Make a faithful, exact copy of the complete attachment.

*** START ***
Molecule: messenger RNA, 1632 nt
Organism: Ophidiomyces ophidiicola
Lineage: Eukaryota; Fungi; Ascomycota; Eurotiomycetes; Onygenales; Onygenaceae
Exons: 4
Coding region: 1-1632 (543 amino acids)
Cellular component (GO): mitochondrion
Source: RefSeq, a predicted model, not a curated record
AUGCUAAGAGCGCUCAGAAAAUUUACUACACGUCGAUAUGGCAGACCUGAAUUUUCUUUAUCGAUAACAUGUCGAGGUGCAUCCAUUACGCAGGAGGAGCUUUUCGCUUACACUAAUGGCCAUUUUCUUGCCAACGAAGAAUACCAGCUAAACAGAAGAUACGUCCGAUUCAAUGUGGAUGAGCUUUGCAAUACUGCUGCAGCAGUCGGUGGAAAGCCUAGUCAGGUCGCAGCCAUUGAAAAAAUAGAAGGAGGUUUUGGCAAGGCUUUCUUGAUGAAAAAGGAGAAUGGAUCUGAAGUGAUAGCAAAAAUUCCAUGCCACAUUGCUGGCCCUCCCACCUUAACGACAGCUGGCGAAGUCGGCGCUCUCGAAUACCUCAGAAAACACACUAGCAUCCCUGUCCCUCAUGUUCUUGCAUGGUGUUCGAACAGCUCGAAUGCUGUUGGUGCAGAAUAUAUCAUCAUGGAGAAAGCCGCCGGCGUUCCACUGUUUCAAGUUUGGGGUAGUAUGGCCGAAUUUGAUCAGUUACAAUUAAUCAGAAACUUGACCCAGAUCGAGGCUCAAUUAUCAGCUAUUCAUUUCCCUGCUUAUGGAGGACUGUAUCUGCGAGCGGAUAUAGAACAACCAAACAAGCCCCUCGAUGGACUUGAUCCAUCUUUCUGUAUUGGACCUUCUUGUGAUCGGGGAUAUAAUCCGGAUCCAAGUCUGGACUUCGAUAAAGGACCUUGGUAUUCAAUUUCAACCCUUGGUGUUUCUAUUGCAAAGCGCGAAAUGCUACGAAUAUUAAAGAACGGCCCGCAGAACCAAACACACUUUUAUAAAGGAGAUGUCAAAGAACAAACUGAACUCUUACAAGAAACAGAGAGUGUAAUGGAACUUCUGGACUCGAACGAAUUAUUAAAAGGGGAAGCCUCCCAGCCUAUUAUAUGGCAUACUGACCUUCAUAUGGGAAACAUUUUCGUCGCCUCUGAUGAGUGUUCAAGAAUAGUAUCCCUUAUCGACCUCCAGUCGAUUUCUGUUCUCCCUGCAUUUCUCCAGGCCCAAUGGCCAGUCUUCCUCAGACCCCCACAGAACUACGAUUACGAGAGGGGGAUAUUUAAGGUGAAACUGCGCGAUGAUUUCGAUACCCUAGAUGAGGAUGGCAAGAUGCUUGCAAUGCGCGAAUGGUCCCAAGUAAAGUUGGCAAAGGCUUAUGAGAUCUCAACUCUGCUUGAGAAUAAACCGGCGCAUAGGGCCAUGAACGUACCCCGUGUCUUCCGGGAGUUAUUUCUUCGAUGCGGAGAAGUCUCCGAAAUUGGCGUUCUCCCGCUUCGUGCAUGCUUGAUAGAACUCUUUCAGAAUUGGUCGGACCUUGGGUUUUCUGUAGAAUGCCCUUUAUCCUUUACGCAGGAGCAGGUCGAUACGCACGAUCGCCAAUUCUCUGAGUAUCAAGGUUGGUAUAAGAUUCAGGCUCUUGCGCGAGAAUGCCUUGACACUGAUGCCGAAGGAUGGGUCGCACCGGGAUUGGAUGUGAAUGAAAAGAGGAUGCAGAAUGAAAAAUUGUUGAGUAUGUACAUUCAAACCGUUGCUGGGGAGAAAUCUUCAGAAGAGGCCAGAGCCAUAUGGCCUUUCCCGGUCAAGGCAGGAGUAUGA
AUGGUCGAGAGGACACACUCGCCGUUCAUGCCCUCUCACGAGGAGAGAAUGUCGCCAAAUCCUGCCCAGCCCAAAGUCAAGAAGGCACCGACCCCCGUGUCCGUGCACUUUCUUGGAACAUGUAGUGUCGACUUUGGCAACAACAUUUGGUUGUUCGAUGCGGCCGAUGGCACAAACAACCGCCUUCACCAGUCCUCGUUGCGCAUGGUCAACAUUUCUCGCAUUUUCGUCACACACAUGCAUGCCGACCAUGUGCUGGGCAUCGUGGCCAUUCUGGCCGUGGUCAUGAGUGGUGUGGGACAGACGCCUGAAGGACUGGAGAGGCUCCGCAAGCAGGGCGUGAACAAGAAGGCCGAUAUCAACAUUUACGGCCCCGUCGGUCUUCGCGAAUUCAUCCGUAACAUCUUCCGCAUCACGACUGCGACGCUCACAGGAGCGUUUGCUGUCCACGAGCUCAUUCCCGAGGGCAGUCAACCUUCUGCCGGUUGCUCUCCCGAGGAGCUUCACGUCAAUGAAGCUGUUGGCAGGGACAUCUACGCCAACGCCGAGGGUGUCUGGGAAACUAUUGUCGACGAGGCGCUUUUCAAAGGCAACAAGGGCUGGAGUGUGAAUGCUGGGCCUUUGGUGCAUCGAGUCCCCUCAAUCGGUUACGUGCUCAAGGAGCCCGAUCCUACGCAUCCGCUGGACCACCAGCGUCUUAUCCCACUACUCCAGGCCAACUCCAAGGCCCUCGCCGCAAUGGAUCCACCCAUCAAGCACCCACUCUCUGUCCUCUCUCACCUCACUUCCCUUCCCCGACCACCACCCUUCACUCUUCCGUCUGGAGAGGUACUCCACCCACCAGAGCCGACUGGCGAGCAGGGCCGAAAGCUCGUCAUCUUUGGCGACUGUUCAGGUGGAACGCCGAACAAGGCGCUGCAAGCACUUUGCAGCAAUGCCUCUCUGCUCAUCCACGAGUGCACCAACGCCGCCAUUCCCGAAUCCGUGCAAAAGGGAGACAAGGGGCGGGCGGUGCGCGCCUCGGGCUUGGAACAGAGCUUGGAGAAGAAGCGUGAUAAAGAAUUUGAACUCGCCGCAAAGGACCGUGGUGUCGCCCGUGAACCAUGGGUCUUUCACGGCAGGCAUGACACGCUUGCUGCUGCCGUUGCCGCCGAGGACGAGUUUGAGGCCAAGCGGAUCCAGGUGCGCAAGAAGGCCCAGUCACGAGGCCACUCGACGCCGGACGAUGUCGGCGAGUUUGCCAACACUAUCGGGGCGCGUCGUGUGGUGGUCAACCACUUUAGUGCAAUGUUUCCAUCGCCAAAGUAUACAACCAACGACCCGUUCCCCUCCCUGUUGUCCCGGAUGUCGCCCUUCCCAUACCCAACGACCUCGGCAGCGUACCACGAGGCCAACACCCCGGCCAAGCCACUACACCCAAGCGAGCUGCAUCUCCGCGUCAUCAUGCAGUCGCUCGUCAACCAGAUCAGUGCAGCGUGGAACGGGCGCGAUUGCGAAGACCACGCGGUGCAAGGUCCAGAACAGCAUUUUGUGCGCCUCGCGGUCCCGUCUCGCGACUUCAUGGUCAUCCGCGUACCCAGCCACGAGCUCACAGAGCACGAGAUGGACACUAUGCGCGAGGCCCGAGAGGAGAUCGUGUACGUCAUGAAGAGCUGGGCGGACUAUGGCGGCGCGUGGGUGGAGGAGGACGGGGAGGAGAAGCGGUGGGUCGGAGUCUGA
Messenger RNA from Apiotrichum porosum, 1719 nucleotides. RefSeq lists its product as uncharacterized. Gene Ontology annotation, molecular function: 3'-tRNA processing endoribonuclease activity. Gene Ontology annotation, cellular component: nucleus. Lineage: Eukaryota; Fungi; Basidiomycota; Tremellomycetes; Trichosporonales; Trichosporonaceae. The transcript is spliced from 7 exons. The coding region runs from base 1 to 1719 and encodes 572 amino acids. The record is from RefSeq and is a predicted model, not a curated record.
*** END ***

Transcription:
Molecule: messenger RNA, 1632 nt
Organism: Ophidiomyces ophidiicola
Lineage: Eukaryota; Fungi; Ascomycota; Eurotiomycetes; Onygenales; Onygenaceae
Exons: 4
Coding region: 1-1632 (543 amino acids)
Cellular component (GO): mitochondrion
Source: RefSeq, a predicted model, not a curated record
AUGCUAAGAGCGCUCAGAAAAUUUACUACACGUCGAUAUGGCAGACCUGAAUUUUCUUUAUCGAUAACAUGUCGAGGUGCAUCCAUUACGCAGGAGGAGCUUUUCGCUUACACUAAUGGCCAUUUUCUUGCCAACGAAGAAUACCAGCUAAACAGAAGAUACGUCCGAUUCAAUGUGGAUGAGCUUUGCAAUACUGCUGCAGCAGUCGGUGGAAAGCCUAGUCAGGUCGCAGCCAUUGAAAAAAUAGAAGGAGGUUUUGGCAAGGCUUUCUUGAUGAAAAAGGAGAAUGGAUCUGAAGUGAUAGCAAAAAUUCCAUGCCACAUUGCUGGCCCUCCCACCUUAACGACAGCUGGCGAAGUCGGCGCUCUCGAAUACCUCAGAAAACACACUAGCAUCCCUGUCCCUCAUGUUCUUGCAUGGUGUUCGAACAGCUCGAAUGCUGUUGGUGCAGAAUAUAUCAUCAUGGAGAAAGCCGCCGGCGUUCCACUGUUUCAAGUUUGGGGUAGUAUGGCCGAAUUUGAUCAGUUACAAUUAAUCAGAAACUUGACCCAGAUCGAGGCUCAAUUAUCAGCUAUUCAUUUCCCUGCUUAUGGAGGACUGUAUCUGCGAGCGGAUAUAGAACAACCAAACAAGCCCCUCGAUGGACUUGAUCCAUCUUUCUGUAUUGGACCUUCUUGUGAUCGGGGAUAUAAUCCGGAUCCAAGUCUGGACUUCGAUAAAGGACCUUGGUAUUCAAUUUCAACCCUUGGUGUUUCUAUUGCAAAGCGCGAAAUGCUACGAAUAUUAAAGAACGGCCCGCAGAACCAAACACACUUUUAUAAAGGAGAUGUCAAAGAACAAACUGAACUCUUACAAGAAACAGAGAGUGUAAUGGAACUUCUGGACUCGAACGAAUUAUUAAAAGGGGAAGCCUCCCAGCCUAUUAUAUGGCAUACUGACCUUCAUAUGGGAAACAUUUUCGUCGCCUCUGAUGAGUGUUCAAGAAUAGUAUCCCUUAUCGACCUCCAGUCGAUUUCUGUUCUCCCUGCAUUUCUCCAGGCCCAAUGGCCAGUCUUCCUCAGACCCCCACAGAACUACGAUUACGAGAGGGGGAUAUUUAAGGUGAAACUGCGCGAUGAUUUCGAUACCCUAGAUGAGGAUGGCAAGAUGCUUGCAAUGCGCGAAUGGUCCCAAGUAAAGUUGGCAAAGGCUUAUGAGAUCUCAACUCUGCUUGAGAAUAAACCGGCGCAUAGGGCCAUGAACGUACCCCGUGUCUUCCGGGAGUUAUUUCUUCGAUGCGGAGAAGUCUCCGAAAUUGGCGUUCUCCCGCUUCGUGCAUGCUUGAUAGAACUCUUUCAGAAUUGGUCGGACCUUGGGUUUUCUGUAGAAUGCCCUUUAUCCUUUACGCAGGAGCAGGUCGAUACGCACGAUCGCCAAUUCUCUGAGUAUCAAGGUUGGUAUAAGAUUCAGGCUCUUGCGCGAGAAUGCCUUGACACUGAUGCCGAAGGAUGGGUCGCACCGGGAUUGGAUGUGAAUGAAAAGAGGAUGCAGAAUGAAAAAUUGUUGAGUAUGUACAUUCAAACCGUUGCUGGGGAGAAAUCUUCAGAAGAGGCCAGAGCCAUAUGGCCUUUCCCGGUCAAGGCAGGAGUAUGA
AUGGUCGAGAGGACACACUCGCCGUUCAUGCCCUCUCACGAGGAGAGAAUGUCGCCAAAUCCUGCCCAGCCCAAAGUCAAGAAGGCACCGACCCCCGUGUCCGUGCACUUUCUUGGAACAUGUAGUGUCGACUUUGGCAACAACAUUUGGUUGUUCGAUGCGGCCGAUGGCACAAACAACCGCCUUCACCAGUCCUCGUUGCGCAUGGUCAACAUUUCUCGCAUUUUCGUCACACACAUGCAUGCCGACCAUGUGCUGGGCAUCGUGGCCAUUCUGGCCGUGGUCAUGAGUGGUGUGGGACAGACGCCUGAAGGACUGGAGAGGCUCCGCAAGCAGGGCGUGAACAAGAAGGCCGAUAUCAACAUUUACGGCCCCGUCGGUCUUCGCGAAUUCAUCCGUAACAUCUUCCGCAUCACGACUGCGACGCUCACAGGAGCGUUUGCUGUCCACGAGCUCAUUCCCGAGGGCAGUCAACCUUCUGCCGGUUGCUCUCCCGAGGAGCUUCACGUCAAUGAAGCUGUUGGCAGGGACAUCUACGCCAACGCCGAGGGUGUCUGGGAAACUAUUGUCGACGAGGCGCUUUUCAAAGGCAACAAGGGCUGGAGUGUGAAUGCUGGGCCUUUGGUGCAUCGAGUCCCCUCAAUCGGUUACGUGCUCAAGGAGCCCGAUCCUACGCAUCCGCUGGACCACCAGCGUCUUAUCCCACUACUCCAGGCCAACUCCAAGGCCCUCGCCGCAAUGGAUCCACCCAUCAAGCACCCACUCUCUGUCCUCUCUCACCUCACUUCCCUUCCCCGACCACCACCCUUCACUCUUCCGUCUGGAGAGGUACUCCACCCACCAGAGCCGACUGGCGAGCAGGGCCGAAAGCUCGUCAUCUUUGGCGACUGUUCAGGUGGAACGCCGAACAAGGCGCUGCAAGCACUUUGCAGCAAUGCCUCUCUGCUCAUCCACGAGUGCACCAACGCCGCCAUUCCCGAAUCCGUGCAAAAGGGAGACAAGGGGCGGGCGGUGCGCGCCUCGGGCUUGGAACAGAGCUUGGAGAAGAAGCGUGAUAAAGAAUUUGAACUCGCCGCAAAGGACCGUGGUGUCGCCCGUGAACCAUGGGUCUUUCACGGCAGGCAUGACACGCUUGCUGCUGCCGUUGCCGCCGAGGACGAGUUUGAGGCCAAGCGGAUCCAGGUGCGCAAGAAGGCCCAGUCACGAGGCCACUCGACGCCGGACGAUGUCGGCGAGUUUGCCAACACUAUCGGGGCGCGUCGUGUGGUGGUCAACCACUUUAGUGCAAUGUUUCCAUCGCCAAAGUAUACAACCAACGACCCGUUCCCCUCCCUGUUGUCCCGGAUGUCGCCCUUCCCAUACCCAACGACCUCGGCAGCGUACCACGAGGCCAACACCCCGGCCAAGCCACUACACCCAAGCGAGCUGCAUCUCCGCGUCAUCAUGCAGUCGCUCGUCAACCAGAUCAGUGCAGCGUGGAACGGGCGCGAUUGCGAAGACCACGCGGUGCAAGGUCCAGAACAGCAUUUUGUGCGCCUCGCGGUCCCGUCUCGCGACUUCAUGGUCAUCCGCGUACCCAGCCACGAGCUCACAGAGCACGAGAUGGACACUAUGCGCGAGGCCCGAGAGGAGAUCGUGUACGUCAUGAAGAGCUGGGCGGACUAUGGCGGCGCGUGGGUGGAGGAGGACGGGGAGGAGAAGCGGUGGGUCGGAGUCUGA
Messenger RNA from Apiotrichum porosum, 1719 nucleotides. RefSeq lists its product as uncharacterized. Gene Ontology annotation, molecular function: 3'-tRNA processing endoribonuclease activity. Gene Ontology annotation, cellular component: nucleus. Lineage: Eukaryota; Fungi; Basidiomycota; Tremellomycetes; Trichosporonales; Trichosporonaceae. The transcript is spliced from 7 exons. The coding region runs from base 1 to 1719 and encodes 572 amino acids. The record is from RefSeq and is a predicted model, not a curated record.